Galileo in Rome: The Rise and Fall of a Troublesome Genius

By William R. Shea; Mariano Artigas | Go to book overview

Galileo was deeply influenced by his close contacts with members of the ecclesiastical and the scientific community in Rome and, as time went on, he changed his agenda to fit new circumstances. He sometimes met with success, but he ultimately overplayed his hand and the outcome was dramatic. On the short term, his strategy was a failure; on the long term, he clearly emerged the winner.

The six trips occurred over a period of 46 years. The first took place in 1587, when Galileo, then 23 years old, went to Rome to meet scientists who might help him obtain a university appointment. With the assistance of Christopher Clavius, a Roman Jesuit professor, he got his first job at the University of Pisa in 1589 and, in 1592, he moved to the University of Padua, where he spent the next 18 years. After the publication of his astronomical discoveries had transformed him into a celebrity, Galileo returned to Florence, where he became the mathematician and philosopher of the grand duke of Tuscany. The next year, in 1611, he undertook a second and triumphal trip to Rome. He was made welcome by top-level members of the Church and the teaching profession. Unfortunately, his celebrity also gave rise to jealousy and opposition, especially when he began defending in public the Copernican view that the Earth is in motion and revolves around the Sun. This went against the commonsensical view that the Earth (and therefore humanity) is at the center of the universe, a belief that current scientific shared with tradition and Christian doctrine.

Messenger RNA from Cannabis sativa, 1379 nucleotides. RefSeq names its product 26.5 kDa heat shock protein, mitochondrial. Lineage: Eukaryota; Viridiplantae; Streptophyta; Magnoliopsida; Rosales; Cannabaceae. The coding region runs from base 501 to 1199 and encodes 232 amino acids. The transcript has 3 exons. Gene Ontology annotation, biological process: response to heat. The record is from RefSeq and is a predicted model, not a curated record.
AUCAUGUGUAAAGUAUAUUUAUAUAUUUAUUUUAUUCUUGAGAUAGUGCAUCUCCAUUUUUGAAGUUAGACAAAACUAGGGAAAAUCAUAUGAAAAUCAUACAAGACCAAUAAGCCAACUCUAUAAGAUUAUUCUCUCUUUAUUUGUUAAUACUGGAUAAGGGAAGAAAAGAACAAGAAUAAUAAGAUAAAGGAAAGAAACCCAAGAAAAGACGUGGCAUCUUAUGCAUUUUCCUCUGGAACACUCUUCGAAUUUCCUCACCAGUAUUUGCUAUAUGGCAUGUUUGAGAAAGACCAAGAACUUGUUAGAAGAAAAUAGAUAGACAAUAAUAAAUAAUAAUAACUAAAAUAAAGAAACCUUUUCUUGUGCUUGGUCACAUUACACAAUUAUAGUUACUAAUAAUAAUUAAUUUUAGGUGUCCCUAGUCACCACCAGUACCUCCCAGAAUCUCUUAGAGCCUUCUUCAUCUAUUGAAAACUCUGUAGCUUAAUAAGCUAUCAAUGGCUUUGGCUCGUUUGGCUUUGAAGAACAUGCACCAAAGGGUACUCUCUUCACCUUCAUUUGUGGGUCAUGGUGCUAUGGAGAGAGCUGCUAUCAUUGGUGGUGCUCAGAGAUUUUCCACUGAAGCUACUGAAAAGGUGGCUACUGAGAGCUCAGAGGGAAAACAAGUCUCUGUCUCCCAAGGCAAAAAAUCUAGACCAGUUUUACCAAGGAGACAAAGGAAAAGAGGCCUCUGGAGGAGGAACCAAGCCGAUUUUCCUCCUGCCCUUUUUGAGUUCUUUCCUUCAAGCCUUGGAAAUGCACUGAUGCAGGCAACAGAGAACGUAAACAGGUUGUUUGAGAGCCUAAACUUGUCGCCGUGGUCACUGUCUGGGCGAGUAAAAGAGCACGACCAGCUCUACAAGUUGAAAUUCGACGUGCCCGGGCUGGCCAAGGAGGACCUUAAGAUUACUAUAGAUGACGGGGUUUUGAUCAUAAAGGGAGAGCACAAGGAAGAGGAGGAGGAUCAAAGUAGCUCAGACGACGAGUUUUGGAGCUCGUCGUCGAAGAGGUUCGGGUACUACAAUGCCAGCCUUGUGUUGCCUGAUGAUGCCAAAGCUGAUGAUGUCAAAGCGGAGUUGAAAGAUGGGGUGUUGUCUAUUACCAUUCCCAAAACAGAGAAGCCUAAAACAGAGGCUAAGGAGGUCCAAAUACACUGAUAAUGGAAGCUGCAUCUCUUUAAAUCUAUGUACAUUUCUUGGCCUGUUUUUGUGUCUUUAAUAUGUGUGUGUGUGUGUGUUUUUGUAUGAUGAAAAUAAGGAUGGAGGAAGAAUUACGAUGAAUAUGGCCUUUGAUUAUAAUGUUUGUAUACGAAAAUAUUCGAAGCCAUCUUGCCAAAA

The opposition first arose among Aristotelian professors, but they soon managed to involve clerics who did not relish having to reinterpret Scripture in the light of new ideas. Galileo found out that he had been denounced to the Holy Office, and he traveled to Rome for the third time in December 1615 in order defend himself and avoid the condemnation of the heliocentric theory. He was brilliant in discussion, but to no avail. Copernicus's book on the motion of the Earth was banned in 1616, and Galileo was admonished not to teach it. He returned to Florence and was silent on the matter until his friend and admirer Maffeo Barberini was elected pope in 1623, taking the name of Urban VIII. A year later Galileo made his fourth trip to Rome, where he was received six times by the

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